Jun 23, 2023

No, I don't play the violin. Why you have to stop overselling yourself.

The worst advice I have ever received came at the age of 15.

I was with my drama department on a field trip in New York City; we were at a Broadway masterclass, learning about auditioning from an experienced Broadway actor.

“This industry is all about competition; when you're auditioning, you have to be willing to do anything, and I mean anything. You gotta show ‘em what you're made of... Show ‘em that you’re number 1; if they want you to smile, show all your teeth; if they want you to flip your hair, break your neck, kid!” He told us in a rush.

We, eager drama nerds, ate up this man’s every word. It’s not every day we plebians hear from a Broadway star... Wicked’s very own Flying Monkey #4.

“I remember my audition for Fiddler… Fiddler on the Roof... After nailing the dance audition, I remember they asked me, ‘You do play the violin, correct?’ Without missing a beat, I responded, ‘Of course….’ So I got another audition and called up every musician I knew for free lessons, and I learned how to play the violin. Sometimes you just got to say YES. Y-e-s.!”

After the class ended, as I walked out the door, I couldn’t help but ask the actor about his experience, “So what was it like playing the violin for the first time in front of an audience on Broadway?” The man tripped over his words as he struggled to put on his very long scarf. “Oh, um, well, I didn’t… I uh, I booked Mama Mia that month; you wanna talk about a SHOW….” Without finishing his train of thought, he walked away.

He didn’t book Fiddler.

Have you ever felt the need to lie to win someone over professionally greatly? A little fib here and there happens, but I am talking about a straight-up LIE. “Maybe if I say this lie to get my foot in the door, I can figure out how to do it once I get hired?” Maybe you are a contractor and want to score a client by pitching an idea that you know you can’t totally achieve.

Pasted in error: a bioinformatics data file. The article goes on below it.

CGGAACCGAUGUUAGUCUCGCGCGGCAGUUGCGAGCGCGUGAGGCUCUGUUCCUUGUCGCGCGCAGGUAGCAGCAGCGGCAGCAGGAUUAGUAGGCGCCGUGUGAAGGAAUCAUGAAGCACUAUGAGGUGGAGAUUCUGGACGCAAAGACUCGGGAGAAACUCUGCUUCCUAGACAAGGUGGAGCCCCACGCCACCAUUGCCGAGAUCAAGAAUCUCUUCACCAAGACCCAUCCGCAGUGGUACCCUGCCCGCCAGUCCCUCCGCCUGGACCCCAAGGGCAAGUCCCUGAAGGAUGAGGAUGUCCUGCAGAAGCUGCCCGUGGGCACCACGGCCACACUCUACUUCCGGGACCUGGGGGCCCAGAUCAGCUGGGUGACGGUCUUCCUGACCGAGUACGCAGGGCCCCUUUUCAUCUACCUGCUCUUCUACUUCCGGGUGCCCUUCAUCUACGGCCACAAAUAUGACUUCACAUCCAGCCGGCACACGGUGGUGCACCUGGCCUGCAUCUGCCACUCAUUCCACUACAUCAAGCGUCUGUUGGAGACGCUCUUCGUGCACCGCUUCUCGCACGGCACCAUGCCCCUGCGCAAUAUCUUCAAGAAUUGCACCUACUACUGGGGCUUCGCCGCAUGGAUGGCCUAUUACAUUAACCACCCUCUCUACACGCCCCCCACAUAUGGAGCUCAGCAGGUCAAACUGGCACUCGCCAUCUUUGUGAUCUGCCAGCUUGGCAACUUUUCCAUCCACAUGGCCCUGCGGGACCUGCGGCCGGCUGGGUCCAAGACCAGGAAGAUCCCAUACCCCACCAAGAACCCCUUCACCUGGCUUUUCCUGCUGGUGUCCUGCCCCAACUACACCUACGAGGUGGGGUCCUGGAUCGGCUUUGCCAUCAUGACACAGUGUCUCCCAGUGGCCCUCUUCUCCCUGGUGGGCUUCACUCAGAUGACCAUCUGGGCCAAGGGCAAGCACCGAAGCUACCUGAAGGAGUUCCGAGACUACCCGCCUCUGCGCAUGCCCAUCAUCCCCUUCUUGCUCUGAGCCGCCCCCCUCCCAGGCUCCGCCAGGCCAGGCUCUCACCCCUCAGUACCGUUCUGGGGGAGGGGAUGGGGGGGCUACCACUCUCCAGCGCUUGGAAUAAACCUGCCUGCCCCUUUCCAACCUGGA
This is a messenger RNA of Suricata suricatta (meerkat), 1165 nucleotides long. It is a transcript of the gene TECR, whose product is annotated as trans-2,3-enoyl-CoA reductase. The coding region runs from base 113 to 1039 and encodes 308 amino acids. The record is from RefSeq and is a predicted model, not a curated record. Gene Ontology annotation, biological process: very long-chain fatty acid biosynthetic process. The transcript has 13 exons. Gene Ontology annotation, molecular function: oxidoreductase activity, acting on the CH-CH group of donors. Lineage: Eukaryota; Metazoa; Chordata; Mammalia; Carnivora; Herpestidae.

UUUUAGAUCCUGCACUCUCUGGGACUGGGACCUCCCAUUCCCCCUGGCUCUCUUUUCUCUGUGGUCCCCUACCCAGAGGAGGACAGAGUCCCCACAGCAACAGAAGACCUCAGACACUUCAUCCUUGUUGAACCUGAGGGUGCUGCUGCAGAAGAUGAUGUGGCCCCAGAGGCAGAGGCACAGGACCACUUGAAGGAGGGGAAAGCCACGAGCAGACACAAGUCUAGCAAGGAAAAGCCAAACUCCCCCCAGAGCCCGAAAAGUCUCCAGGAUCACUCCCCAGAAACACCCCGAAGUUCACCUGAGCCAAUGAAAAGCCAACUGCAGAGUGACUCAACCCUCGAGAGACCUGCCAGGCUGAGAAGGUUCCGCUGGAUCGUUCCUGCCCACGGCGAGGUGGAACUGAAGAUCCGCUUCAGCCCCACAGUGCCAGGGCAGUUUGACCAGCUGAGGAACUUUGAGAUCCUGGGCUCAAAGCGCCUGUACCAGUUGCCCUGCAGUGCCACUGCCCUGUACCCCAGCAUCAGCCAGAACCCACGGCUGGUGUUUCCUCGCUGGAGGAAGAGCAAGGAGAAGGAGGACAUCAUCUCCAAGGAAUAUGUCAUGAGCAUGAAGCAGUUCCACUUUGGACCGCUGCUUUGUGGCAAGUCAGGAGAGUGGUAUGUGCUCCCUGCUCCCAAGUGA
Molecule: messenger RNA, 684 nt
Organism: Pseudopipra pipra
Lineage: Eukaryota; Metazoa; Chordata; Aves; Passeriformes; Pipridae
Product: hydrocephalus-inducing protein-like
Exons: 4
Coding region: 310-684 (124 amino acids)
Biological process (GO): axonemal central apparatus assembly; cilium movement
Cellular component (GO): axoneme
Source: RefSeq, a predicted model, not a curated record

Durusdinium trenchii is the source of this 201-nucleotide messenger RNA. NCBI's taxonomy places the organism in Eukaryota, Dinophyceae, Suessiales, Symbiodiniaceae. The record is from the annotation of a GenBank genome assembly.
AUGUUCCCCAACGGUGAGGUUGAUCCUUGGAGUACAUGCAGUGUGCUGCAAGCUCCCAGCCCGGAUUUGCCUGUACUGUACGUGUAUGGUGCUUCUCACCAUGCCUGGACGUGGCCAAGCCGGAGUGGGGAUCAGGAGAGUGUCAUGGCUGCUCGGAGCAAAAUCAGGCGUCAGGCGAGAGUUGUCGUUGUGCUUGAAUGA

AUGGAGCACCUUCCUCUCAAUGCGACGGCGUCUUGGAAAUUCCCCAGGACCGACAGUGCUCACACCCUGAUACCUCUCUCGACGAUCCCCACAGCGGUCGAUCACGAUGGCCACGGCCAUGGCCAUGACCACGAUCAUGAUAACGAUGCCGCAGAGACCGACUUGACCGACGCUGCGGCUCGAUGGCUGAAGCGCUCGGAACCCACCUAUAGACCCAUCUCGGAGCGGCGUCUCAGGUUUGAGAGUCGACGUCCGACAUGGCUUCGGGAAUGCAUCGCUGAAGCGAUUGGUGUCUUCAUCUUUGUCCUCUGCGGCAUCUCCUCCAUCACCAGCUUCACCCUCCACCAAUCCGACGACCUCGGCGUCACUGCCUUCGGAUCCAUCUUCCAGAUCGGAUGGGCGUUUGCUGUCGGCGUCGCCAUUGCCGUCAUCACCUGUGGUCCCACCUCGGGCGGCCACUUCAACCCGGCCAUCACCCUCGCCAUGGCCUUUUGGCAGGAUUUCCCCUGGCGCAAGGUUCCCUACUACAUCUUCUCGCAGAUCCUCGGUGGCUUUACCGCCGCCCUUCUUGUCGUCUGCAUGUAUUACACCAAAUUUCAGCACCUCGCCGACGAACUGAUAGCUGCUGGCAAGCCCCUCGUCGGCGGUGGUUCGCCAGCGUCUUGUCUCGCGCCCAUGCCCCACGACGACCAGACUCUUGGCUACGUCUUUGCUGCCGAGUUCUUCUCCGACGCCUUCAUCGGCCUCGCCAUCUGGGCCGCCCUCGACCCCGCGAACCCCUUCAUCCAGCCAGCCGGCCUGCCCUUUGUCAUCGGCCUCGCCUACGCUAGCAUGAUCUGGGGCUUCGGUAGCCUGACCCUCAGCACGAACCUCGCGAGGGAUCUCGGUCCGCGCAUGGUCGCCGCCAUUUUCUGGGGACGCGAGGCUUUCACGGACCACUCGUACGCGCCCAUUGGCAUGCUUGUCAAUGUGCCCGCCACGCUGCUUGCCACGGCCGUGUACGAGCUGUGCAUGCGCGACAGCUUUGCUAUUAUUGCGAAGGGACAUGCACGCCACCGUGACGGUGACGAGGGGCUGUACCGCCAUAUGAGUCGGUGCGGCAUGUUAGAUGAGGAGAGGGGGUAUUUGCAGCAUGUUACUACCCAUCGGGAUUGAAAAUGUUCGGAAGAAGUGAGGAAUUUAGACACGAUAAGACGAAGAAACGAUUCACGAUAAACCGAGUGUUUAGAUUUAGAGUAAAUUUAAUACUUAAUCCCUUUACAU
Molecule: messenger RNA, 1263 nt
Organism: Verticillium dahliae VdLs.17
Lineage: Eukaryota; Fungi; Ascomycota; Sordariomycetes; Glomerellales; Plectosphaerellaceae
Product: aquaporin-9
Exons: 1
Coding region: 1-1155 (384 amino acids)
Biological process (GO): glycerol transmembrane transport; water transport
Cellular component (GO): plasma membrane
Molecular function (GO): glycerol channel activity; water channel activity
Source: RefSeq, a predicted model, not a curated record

Perhaps if you’re like me, you were always advised to say “yes!” Not just yes, but “hell yes, I can!” to win people over; you were told to oversell. The millennial generation approach, "I can do anything; I can do everything all at the same time."

But there's a problem there, always saying yes. It presents an illusion of who you are, a person with no boundaries, no ability to be prudent, and no recognition of your own skillset or bandwidth, and eventually dropping the ball altogether if you're not careful.

Yes, sometimes a little “fake it till you make it” can go a long way. But overselling (or lying) runs a lot of risks.

1. People can smell bullsh*t from a mile away. In a job interview or pitching to a client, don’t be so convinced you’re so cunning that your “hell yeses” aren’t a little shrill.

2. Your work will be sloppy. Sure, you'll be able to finish a product, but is it actually good... I am sure this actor could play the violin; I am also sure you and I would never want to hear it.

3. People will lose their trust in you! You might score the deal, and you might secure the job, but by overselling and overpromising things that are out of your depth, you can easily make a bad reputation for yourself.

4. The mask always drops; the truth eventually will reveal itself.

So what do you do? Coming across with a "no can do" attitude will not win anyone over. But authenticity always does, being able to communicate your bandwidth with an attitude of openness.

Focus on building relationships and growing trust with the person you are working with. First, lean into your solidified strengths and turn your weakness into spaces of curiosity and growth. Collaborate with others who excel where you fall short, and learn to ask for help from these people. Instead of focusing on impressing, focus on trust.

There is a difference between one person saying, “I can do everything because I am the best,” vs. another person, “I am competent, reliable, and always growing in new skills,” Which person do you think will get the job?

Discover similar content and expand your knowledge.

Jul 6, 2023

Opinion: The Social Media Blame Game

Conscious Consuming means we decide to control our social media, who we follow, what we follow, who we allow to follow us, and how much time we spend at the service of our well-being. We set limitations and take accountability to prioritize our mental health. Here are a few tips to practice conscious consumption and regain control over our social media usage,

May 10, 2023

The rise and fall of the Kardashians

What can we learn from the rise and fall of the Kardashians? Everything can be traced back to one word: trust. Build trust with your audience.